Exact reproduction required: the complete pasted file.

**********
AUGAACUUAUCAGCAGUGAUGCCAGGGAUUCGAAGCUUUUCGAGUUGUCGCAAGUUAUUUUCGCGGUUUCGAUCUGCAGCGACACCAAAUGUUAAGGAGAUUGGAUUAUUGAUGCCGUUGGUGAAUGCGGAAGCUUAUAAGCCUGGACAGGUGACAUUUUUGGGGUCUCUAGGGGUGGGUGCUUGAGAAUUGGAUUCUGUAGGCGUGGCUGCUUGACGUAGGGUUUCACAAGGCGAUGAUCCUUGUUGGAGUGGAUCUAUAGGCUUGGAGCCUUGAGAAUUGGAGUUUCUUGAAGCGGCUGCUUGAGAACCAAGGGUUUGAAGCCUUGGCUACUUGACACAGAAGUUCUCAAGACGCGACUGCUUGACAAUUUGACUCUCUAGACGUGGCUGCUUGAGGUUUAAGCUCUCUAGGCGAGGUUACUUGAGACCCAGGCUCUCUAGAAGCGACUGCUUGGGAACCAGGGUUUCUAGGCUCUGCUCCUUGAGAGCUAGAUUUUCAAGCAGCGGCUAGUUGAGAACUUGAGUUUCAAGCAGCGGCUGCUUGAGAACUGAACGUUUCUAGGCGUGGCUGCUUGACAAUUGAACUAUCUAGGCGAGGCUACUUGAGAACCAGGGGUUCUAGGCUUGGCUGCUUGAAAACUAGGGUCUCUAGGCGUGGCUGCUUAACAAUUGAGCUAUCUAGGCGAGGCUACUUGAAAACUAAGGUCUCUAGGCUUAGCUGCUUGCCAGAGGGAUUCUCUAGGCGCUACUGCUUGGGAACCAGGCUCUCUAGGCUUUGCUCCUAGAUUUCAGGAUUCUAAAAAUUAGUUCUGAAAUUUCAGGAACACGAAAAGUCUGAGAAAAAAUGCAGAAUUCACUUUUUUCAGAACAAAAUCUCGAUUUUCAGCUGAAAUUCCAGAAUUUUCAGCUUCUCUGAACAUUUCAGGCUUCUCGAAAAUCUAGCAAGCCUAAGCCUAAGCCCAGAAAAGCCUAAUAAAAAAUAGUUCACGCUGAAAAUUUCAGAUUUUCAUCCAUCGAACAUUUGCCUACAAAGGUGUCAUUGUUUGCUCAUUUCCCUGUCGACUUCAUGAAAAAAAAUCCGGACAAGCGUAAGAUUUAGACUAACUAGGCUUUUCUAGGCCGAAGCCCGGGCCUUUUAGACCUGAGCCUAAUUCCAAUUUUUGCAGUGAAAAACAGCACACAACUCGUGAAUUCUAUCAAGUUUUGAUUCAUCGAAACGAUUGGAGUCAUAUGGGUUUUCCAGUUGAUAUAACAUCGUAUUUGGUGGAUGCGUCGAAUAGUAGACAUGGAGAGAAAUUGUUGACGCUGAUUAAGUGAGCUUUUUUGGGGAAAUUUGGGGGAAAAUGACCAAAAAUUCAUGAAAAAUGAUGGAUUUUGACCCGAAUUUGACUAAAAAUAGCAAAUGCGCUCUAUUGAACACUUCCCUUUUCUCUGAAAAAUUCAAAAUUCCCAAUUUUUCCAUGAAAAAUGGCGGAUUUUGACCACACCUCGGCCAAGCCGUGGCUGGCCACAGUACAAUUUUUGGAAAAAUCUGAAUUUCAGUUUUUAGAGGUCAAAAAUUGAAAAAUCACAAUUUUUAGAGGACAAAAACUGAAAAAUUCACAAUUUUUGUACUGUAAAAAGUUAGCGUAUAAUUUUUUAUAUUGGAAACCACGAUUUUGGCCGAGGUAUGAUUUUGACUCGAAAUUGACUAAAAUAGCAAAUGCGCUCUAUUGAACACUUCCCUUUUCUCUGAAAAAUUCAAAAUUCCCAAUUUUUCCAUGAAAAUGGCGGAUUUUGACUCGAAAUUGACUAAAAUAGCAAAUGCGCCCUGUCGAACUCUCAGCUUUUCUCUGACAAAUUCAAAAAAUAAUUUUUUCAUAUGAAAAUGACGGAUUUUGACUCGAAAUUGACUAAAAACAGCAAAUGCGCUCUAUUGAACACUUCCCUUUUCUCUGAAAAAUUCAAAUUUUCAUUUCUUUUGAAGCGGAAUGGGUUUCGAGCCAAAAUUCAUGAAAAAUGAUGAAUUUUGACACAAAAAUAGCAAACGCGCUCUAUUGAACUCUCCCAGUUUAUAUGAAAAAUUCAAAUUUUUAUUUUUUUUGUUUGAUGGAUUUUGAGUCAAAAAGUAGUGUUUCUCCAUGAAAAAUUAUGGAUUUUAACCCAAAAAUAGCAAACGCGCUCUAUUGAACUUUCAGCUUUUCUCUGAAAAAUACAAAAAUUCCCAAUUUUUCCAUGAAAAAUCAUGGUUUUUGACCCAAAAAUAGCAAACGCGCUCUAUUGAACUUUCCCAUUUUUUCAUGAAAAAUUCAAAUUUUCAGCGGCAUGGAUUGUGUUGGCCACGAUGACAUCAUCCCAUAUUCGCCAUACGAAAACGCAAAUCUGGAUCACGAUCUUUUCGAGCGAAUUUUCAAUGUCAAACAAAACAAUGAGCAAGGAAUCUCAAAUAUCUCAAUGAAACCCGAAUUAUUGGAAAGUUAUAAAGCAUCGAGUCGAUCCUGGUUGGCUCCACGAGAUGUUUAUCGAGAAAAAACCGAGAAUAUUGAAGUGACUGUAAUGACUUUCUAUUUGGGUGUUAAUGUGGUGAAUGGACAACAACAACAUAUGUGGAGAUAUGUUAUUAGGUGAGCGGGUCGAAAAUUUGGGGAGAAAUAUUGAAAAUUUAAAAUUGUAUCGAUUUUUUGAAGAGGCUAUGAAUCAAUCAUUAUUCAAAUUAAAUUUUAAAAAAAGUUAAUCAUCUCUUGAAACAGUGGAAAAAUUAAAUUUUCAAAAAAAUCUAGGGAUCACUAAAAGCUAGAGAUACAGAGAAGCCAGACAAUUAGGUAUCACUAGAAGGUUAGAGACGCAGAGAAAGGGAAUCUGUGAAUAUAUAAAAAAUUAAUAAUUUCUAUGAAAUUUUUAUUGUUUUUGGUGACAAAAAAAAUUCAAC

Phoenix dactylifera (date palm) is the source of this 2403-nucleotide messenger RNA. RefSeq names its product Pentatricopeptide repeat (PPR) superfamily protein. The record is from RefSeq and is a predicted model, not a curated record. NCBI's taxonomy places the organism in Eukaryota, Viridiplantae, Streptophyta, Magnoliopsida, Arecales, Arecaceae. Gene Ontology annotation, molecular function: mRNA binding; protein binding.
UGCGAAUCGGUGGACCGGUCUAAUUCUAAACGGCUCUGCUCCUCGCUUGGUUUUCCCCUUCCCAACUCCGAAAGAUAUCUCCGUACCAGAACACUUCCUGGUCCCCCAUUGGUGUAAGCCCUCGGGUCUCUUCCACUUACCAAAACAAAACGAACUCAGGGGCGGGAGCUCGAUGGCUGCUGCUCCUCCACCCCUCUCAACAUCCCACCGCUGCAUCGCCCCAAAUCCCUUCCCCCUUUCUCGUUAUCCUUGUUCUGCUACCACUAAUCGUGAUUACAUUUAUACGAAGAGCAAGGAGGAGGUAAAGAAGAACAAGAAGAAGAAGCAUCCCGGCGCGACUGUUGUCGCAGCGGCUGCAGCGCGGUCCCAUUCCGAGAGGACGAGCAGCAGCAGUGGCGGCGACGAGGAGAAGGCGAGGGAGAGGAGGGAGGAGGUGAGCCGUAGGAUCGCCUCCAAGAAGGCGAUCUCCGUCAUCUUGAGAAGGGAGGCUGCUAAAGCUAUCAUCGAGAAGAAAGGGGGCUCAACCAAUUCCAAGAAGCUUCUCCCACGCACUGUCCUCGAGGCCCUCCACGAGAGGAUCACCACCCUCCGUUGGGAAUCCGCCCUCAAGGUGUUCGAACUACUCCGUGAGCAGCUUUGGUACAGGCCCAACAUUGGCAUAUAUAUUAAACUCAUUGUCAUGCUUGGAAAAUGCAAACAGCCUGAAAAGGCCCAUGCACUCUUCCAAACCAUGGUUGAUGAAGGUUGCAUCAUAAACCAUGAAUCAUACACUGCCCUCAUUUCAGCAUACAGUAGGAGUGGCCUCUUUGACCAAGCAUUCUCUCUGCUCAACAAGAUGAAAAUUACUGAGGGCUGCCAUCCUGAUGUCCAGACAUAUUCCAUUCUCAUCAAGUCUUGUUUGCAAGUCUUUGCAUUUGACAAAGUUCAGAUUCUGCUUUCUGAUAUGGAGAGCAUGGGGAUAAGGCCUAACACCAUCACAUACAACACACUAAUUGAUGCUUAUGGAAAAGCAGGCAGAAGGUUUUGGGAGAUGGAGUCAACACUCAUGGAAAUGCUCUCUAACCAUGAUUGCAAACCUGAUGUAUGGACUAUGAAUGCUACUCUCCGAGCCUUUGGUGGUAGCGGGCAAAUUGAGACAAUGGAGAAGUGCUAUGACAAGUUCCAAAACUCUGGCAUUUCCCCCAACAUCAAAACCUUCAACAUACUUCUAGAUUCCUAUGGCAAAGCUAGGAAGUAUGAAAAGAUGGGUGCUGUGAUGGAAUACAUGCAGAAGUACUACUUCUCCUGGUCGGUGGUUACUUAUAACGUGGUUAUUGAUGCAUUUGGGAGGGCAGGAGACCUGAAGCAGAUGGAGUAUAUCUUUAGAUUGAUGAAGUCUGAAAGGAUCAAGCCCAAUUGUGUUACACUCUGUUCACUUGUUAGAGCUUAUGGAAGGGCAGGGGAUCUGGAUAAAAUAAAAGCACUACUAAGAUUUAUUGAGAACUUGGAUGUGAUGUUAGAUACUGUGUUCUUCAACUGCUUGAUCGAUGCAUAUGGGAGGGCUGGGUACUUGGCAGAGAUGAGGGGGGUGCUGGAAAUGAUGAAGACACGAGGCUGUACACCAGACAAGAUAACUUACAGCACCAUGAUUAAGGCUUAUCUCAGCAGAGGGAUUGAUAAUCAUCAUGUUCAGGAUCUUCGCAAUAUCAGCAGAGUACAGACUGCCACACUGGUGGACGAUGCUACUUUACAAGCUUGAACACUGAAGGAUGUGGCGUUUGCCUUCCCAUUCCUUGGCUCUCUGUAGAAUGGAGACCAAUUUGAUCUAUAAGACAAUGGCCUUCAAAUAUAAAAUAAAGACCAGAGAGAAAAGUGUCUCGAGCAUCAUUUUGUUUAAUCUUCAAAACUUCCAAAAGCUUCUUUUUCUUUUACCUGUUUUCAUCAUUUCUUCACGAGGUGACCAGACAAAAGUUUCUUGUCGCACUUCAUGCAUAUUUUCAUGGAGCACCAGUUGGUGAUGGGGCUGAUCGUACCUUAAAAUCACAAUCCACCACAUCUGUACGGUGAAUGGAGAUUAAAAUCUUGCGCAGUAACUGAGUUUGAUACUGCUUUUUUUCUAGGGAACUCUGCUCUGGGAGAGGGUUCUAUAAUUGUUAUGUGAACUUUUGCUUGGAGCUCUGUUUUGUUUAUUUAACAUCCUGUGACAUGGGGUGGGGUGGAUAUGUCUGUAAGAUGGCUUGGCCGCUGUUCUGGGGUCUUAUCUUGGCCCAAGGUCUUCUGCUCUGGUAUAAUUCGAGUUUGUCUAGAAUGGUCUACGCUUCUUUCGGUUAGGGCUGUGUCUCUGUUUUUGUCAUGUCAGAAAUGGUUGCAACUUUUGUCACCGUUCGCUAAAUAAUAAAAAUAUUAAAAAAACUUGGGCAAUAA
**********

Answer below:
AUGAACUUAUCAGCAGUGAUGCCAGGGAUUCGAAGCUUUUCGAGUUGUCGCAAGUUAUUUUCGCGGUUUCGAUCUGCAGCGACACCAAAUGUUAAGGAGAUUGGAUUAUUGAUGCCGUUGGUGAAUGCGGAAGCUUAUAAGCCUGGACAGGUGACAUUUUUGGGGUCUCUAGGGGUGGGUGCUUGAGAAUUGGAUUCUGUAGGCGUGGCUGCUUGACGUAGGGUUUCACAAGGCGAUGAUCCUUGUUGGAGUGGAUCUAUAGGCUUGGAGCCUUGAGAAUUGGAGUUUCUUGAAGCGGCUGCUUGAGAACCAAGGGUUUGAAGCCUUGGCUACUUGACACAGAAGUUCUCAAGACGCGACUGCUUGACAAUUUGACUCUCUAGACGUGGCUGCUUGAGGUUUAAGCUCUCUAGGCGAGGUUACUUGAGACCCAGGCUCUCUAGAAGCGACUGCUUGGGAACCAGGGUUUCUAGGCUCUGCUCCUUGAGAGCUAGAUUUUCAAGCAGCGGCUAGUUGAGAACUUGAGUUUCAAGCAGCGGCUGCUUGAGAACUGAACGUUUCUAGGCGUGGCUGCUUGACAAUUGAACUAUCUAGGCGAGGCUACUUGAGAACCAGGGGUUCUAGGCUUGGCUGCUUGAAAACUAGGGUCUCUAGGCGUGGCUGCUUAACAAUUGAGCUAUCUAGGCGAGGCUACUUGAAAACUAAGGUCUCUAGGCUUAGCUGCUUGCCAGAGGGAUUCUCUAGGCGCUACUGCUUGGGAACCAGGCUCUCUAGGCUUUGCUCCUAGAUUUCAGGAUUCUAAAAAUUAGUUCUGAAAUUUCAGGAACACGAAAAGUCUGAGAAAAAAUGCAGAAUUCACUUUUUUCAGAACAAAAUCUCGAUUUUCAGCUGAAAUUCCAGAAUUUUCAGCUUCUCUGAACAUUUCAGGCUUCUCGAAAAUCUAGCAAGCCUAAGCCUAAGCCCAGAAAAGCCUAAUAAAAAAUAGUUCACGCUGAAAAUUUCAGAUUUUCAUCCAUCGAACAUUUGCCUACAAAGGUGUCAUUGUUUGCUCAUUUCCCUGUCGACUUCAUGAAAAAAAAUCCGGACAAGCGUAAGAUUUAGACUAACUAGGCUUUUCUAGGCCGAAGCCCGGGCCUUUUAGACCUGAGCCUAAUUCCAAUUUUUGCAGUGAAAAACAGCACACAACUCGUGAAUUCUAUCAAGUUUUGAUUCAUCGAAACGAUUGGAGUCAUAUGGGUUUUCCAGUUGAUAUAACAUCGUAUUUGGUGGAUGCGUCGAAUAGUAGACAUGGAGAGAAAUUGUUGACGCUGAUUAAGUGAGCUUUUUUGGGGAAAUUUGGGGGAAAAUGACCAAAAAUUCAUGAAAAAUGAUGGAUUUUGACCCGAAUUUGACUAAAAAUAGCAAAUGCGCUCUAUUGAACACUUCCCUUUUCUCUGAAAAAUUCAAAAUUCCCAAUUUUUCCAUGAAAAAUGGCGGAUUUUGACCACACCUCGGCCAAGCCGUGGCUGGCCACAGUACAAUUUUUGGAAAAAUCUGAAUUUCAGUUUUUAGAGGUCAAAAAUUGAAAAAUCACAAUUUUUAGAGGACAAAAACUGAAAAAUUCACAAUUUUUGUACUGUAAAAAGUUAGCGUAUAAUUUUUUAUAUUGGAAACCACGAUUUUGGCCGAGGUAUGAUUUUGACUCGAAAUUGACUAAAAUAGCAAAUGCGCUCUAUUGAACACUUCCCUUUUCUCUGAAAAAUUCAAAAUUCCCAAUUUUUCCAUGAAAAUGGCGGAUUUUGACUCGAAAUUGACUAAAAUAGCAAAUGCGCCCUGUCGAACUCUCAGCUUUUCUCUGACAAAUUCAAAAAAUAAUUUUUUCAUAUGAAAAUGACGGAUUUUGACUCGAAAUUGACUAAAAACAGCAAAUGCGCUCUAUUGAACACUUCCCUUUUCUCUGAAAAAUUCAAAUUUUCAUUUCUUUUGAAGCGGAAUGGGUUUCGAGCCAAAAUUCAUGAAAAAUGAUGAAUUUUGACACAAAAAUAGCAAACGCGCUCUAUUGAACUCUCCCAGUUUAUAUGAAAAAUUCAAAUUUUUAUUUUUUUUGUUUGAUGGAUUUUGAGUCAAAAAGUAGUGUUUCUCCAUGAAAAAUUAUGGAUUUUAACCCAAAAAUAGCAAACGCGCUCUAUUGAACUUUCAGCUUUUCUCUGAAAAAUACAAAAAUUCCCAAUUUUUCCAUGAAAAAUCAUGGUUUUUGACCCAAAAAUAGCAAACGCGCUCUAUUGAACUUUCCCAUUUUUUCAUGAAAAAUUCAAAUUUUCAGCGGCAUGGAUUGUGUUGGCCACGAUGACAUCAUCCCAUAUUCGCCAUACGAAAACGCAAAUCUGGAUCACGAUCUUUUCGAGCGAAUUUUCAAUGUCAAACAAAACAAUGAGCAAGGAAUCUCAAAUAUCUCAAUGAAACCCGAAUUAUUGGAAAGUUAUAAAGCAUCGAGUCGAUCCUGGUUGGCUCCACGAGAUGUUUAUCGAGAAAAAACCGAGAAUAUUGAAGUGACUGUAAUGACUUUCUAUUUGGGUGUUAAUGUGGUGAAUGGACAACAACAACAUAUGUGGAGAUAUGUUAUUAGGUGAGCGGGUCGAAAAUUUGGGGAGAAAUAUUGAAAAUUUAAAAUUGUAUCGAUUUUUUGAAGAGGCUAUGAAUCAAUCAUUAUUCAAAUUAAAUUUUAAAAAAAGUUAAUCAUCUCUUGAAACAGUGGAAAAAUUAAAUUUUCAAAAAAAUCUAGGGAUCACUAAAAGCUAGAGAUACAGAGAAGCCAGACAAUUAGGUAUCACUAGAAGGUUAGAGACGCAGAGAAAGGGAAUCUGUGAAUAUAUAAAAAAUUAAUAAUUUCUAUGAAAUUUUUAUUGUUUUUGGUGACAAAAAAAAUUCAAC

Phoenix dactylifera (date palm) is the source of this 2403-nucleotide messenger RNA. RefSeq names its product Pentatricopeptide repeat (PPR) superfamily protein. The record is from RefSeq and is a predicted model, not a curated record. NCBI's taxonomy places the organism in Eukaryota, Viridiplantae, Streptophyta, Magnoliopsida, Arecales, Arecaceae. Gene Ontology annotation, molecular function: mRNA binding; protein binding.
UGCGAAUCGGUGGACCGGUCUAAUUCUAAACGGCUCUGCUCCUCGCUUGGUUUUCCCCUUCCCAACUCCGAAAGAUAUCUCCGUACCAGAACACUUCCUGGUCCCCCAUUGGUGUAAGCCCUCGGGUCUCUUCCACUUACCAAAACAAAACGAACUCAGGGGCGGGAGCUCGAUGGCUGCUGCUCCUCCACCCCUCUCAACAUCCCACCGCUGCAUCGCCCCAAAUCCCUUCCCCCUUUCUCGUUAUCCUUGUUCUGCUACCACUAAUCGUGAUUACAUUUAUACGAAGAGCAAGGAGGAGGUAAAGAAGAACAAGAAGAAGAAGCAUCCCGGCGCGACUGUUGUCGCAGCGGCUGCAGCGCGGUCCCAUUCCGAGAGGACGAGCAGCAGCAGUGGCGGCGACGAGGAGAAGGCGAGGGAGAGGAGGGAGGAGGUGAGCCGUAGGAUCGCCUCCAAGAAGGCGAUCUCCGUCAUCUUGAGAAGGGAGGCUGCUAAAGCUAUCAUCGAGAAGAAAGGGGGCUCAACCAAUUCCAAGAAGCUUCUCCCACGCACUGUCCUCGAGGCCCUCCACGAGAGGAUCACCACCCUCCGUUGGGAAUCCGCCCUCAAGGUGUUCGAACUACUCCGUGAGCAGCUUUGGUACAGGCCCAACAUUGGCAUAUAUAUUAAACUCAUUGUCAUGCUUGGAAAAUGCAAACAGCCUGAAAAGGCCCAUGCACUCUUCCAAACCAUGGUUGAUGAAGGUUGCAUCAUAAACCAUGAAUCAUACACUGCCCUCAUUUCAGCAUACAGUAGGAGUGGCCUCUUUGACCAAGCAUUCUCUCUGCUCAACAAGAUGAAAAUUACUGAGGGCUGCCAUCCUGAUGUCCAGACAUAUUCCAUUCUCAUCAAGUCUUGUUUGCAAGUCUUUGCAUUUGACAAAGUUCAGAUUCUGCUUUCUGAUAUGGAGAGCAUGGGGAUAAGGCCUAACACCAUCACAUACAACACACUAAUUGAUGCUUAUGGAAAAGCAGGCAGAAGGUUUUGGGAGAUGGAGUCAACACUCAUGGAAAUGCUCUCUAACCAUGAUUGCAAACCUGAUGUAUGGACUAUGAAUGCUACUCUCCGAGCCUUUGGUGGUAGCGGGCAAAUUGAGACAAUGGAGAAGUGCUAUGACAAGUUCCAAAACUCUGGCAUUUCCCCCAACAUCAAAACCUUCAACAUACUUCUAGAUUCCUAUGGCAAAGCUAGGAAGUAUGAAAAGAUGGGUGCUGUGAUGGAAUACAUGCAGAAGUACUACUUCUCCUGGUCGGUGGUUACUUAUAACGUGGUUAUUGAUGCAUUUGGGAGGGCAGGAGACCUGAAGCAGAUGGAGUAUAUCUUUAGAUUGAUGAAGUCUGAAAGGAUCAAGCCCAAUUGUGUUACACUCUGUUCACUUGUUAGAGCUUAUGGAAGGGCAGGGGAUCUGGAUAAAAUAAAAGCACUACUAAGAUUUAUUGAGAACUUGGAUGUGAUGUUAGAUACUGUGUUCUUCAACUGCUUGAUCGAUGCAUAUGGGAGGGCUGGGUACUUGGCAGAGAUGAGGGGGGUGCUGGAAAUGAUGAAGACACGAGGCUGUACACCAGACAAGAUAACUUACAGCACCAUGAUUAAGGCUUAUCUCAGCAGAGGGAUUGAUAAUCAUCAUGUUCAGGAUCUUCGCAAUAUCAGCAGAGUACAGACUGCCACACUGGUGGACGAUGCUACUUUACAAGCUUGAACACUGAAGGAUGUGGCGUUUGCCUUCCCAUUCCUUGGCUCUCUGUAGAAUGGAGACCAAUUUGAUCUAUAAGACAAUGGCCUUCAAAUAUAAAAUAAAGACCAGAGAGAAAAGUGUCUCGAGCAUCAUUUUGUUUAAUCUUCAAAACUUCCAAAAGCUUCUUUUUCUUUUACCUGUUUUCAUCAUUUCUUCACGAGGUGACCAGACAAAAGUUUCUUGUCGCACUUCAUGCAUAUUUUCAUGGAGCACCAGUUGGUGAUGGGGCUGAUCGUACCUUAAAAUCACAAUCCACCACAUCUGUACGGUGAAUGGAGAUUAAAAUCUUGCGCAGUAACUGAGUUUGAUACUGCUUUUUUUCUAGGGAACUCUGCUCUGGGAGAGGGUUCUAUAAUUGUUAUGUGAACUUUUGCUUGGAGCUCUGUUUUGUUUAUUUAACAUCCUGUGACAUGGGGUGGGGUGGAUAUGUCUGUAAGAUGGCUUGGCCGCUGUUCUGGGGUCUUAUCUUGGCCCAAGGUCUUCUGCUCUGGUAUAAUUCGAGUUUGUCUAGAAUGGUCUACGCUUCUUUCGGUUAGGGCUGUGUCUCUGUUUUUGUCAUGUCAGAAAUGGUUGCAACUUUUGUCACCGUUCGCUAAAUAAUAAAAAUAUUAAAAAAACUUGGGCAAUAA